The trio of Shermans led by Fleig advanced toward the enemy. As they crested a slight rise, the Shermans opened fire. Fleig believed his gunner accounted for two of the attackers while another Sherman knocked out a third. On the outskirts of Kommerscheidt, Fleig saw a tank screened by an orchard. He called instructions on the range and location to the gunner. A shot rang out and he saw a bright splash of light on the turret of the Mark IV. He called for another round. A fiery eruption on the tank signified another hit. Two Germans could be seen leaping from the tank.

Fleig’s gunner was using high-explosive rather than armor-piercing (AP) shells. The thick skin of the Panther protected it, and the Germans who abandoned the tank were not hurt, only frightened. Fleig’s crew scrambled to retrieve the AP shells stowed on their tank’s exterior. The Germans seized the time to re-enter their own tank and begin firing at Fleig. Fleig, however, ultimately won the duel. His first AP round sliced the enemy gun barrel. Three more shells pierced the thinner side of the Panther’s hull, setting it ablaze and killing its entire crew.

A GI helps his squad’s BAR man up a steep wooded hill in the Hürtgen. The terrain was ideally suited to the German defenders, who used the landscape to conceal hundreds of deadly MG34 and MG42 machine guns. (National Archives)

Meanwhile, the 110th Infantry, operating in the woods to the south, reeled from a devastating bombardment. Ed Uzemack, a replacement, said: ‘We spent the night in previously dug foxholes after being instructed to prepare to move out at dawn with only light combat packs. It was still fairly dark when we moved into an orchard and spread out. Despite orders not to, we lit cigarettes and smoked them with cupped hands to shield the glow. Suddenly, all hell broke loose. The Jerries had zeroed in on the orchard and were lobbing mortar shells and artillery fire in a continuous barrage that lasted about 45 minutes….

‘A GI crawling ahead of me had both his legs blown off by a shell that landed on his limbs. Another shell hit so close to me that I could feel the heat on one side of me as it exploded, and my ear buzzed. I kept crawling toward where I thought the shells were coming from and eventually left the orchard with the survivors, mostly combat vets. A sergeant told me to round up the guys who had come with me as replacements. I told him I didn’t even know who the hell they were, but I would do my best. Somehow I managed to find about half a dozen totally frightened replacements, and suddenly I realized I was just as scared as they were. But that morning we became combat vets.’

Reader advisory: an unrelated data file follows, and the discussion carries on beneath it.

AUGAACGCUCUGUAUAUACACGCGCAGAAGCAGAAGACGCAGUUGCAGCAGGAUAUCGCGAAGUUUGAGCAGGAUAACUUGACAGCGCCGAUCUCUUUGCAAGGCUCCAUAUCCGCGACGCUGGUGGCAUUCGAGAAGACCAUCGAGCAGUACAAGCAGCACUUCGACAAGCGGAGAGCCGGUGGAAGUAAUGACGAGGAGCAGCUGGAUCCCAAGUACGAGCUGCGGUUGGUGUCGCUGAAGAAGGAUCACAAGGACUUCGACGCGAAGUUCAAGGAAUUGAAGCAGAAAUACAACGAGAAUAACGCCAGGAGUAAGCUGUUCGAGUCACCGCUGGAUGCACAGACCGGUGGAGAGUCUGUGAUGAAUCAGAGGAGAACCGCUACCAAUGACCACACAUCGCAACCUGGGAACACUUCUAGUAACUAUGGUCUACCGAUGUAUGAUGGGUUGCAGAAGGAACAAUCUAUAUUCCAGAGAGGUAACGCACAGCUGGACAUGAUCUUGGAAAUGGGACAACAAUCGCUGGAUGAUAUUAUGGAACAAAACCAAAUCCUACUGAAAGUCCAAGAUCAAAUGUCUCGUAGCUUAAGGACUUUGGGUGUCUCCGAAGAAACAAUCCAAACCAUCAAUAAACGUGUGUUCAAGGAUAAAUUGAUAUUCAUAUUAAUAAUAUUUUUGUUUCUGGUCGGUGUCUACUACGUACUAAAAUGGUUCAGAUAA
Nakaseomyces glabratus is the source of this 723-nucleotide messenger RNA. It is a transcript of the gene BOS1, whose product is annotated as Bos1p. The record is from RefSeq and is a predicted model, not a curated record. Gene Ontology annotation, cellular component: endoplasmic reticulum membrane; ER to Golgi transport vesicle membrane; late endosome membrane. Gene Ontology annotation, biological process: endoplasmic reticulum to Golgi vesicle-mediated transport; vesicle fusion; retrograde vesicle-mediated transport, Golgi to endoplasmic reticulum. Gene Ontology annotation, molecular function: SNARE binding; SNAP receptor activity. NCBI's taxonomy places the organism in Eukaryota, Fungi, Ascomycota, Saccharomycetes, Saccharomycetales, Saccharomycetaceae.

Through hours of tough fighting, the Americans had managed to hold off the German attacks. Around 1600 the Wehr-macht retired to regroup. Astonishingly, only an hour earlier, division headquarters blithely ordered the GIs, frantically digging in to preserve themselves and stop the counterattack, to retake Schmidt. That occurred even though the assistant division commander, General Davis, had come to the command post for the battle at Kommerscheidt to confer with the regimental leader. He remained overnight in a cellar before returning to Cota’s command post (CP).

At First Army, the grim news coming out of the Hürtgen pricked the bubble of anticipated success. ‘The general did not leave his CP today,’ said a staff officer, ‘but spent most of his time in the war room and also in G-3 following the corps attack closely. Things did not go very well. The 3rd Battalion of 112th was counterattacked and at 10 o’clock withdrew almost a mile to the vicinity of Kommerscheidt. Early yesterday afternoon after a heavy artillery concentration and air bombardment was placed on Schmidt, the 3rd Battalion attempted to regain the village, but this attack was met by a counterattack of a battalion of infantry with a dozen tanks. Our progress toward Schmidt at nightfall was only about 300 yards. Reports from General Gerow to General Hodges this evening are to the effect that the 3rd Battalion suffered very heavy casualties. Some progress was made by 109th Infantry 2nd and 3rd battalions toward village of Hürtgen area. Progress was slow because of numerous mines and accurate artillary fire.’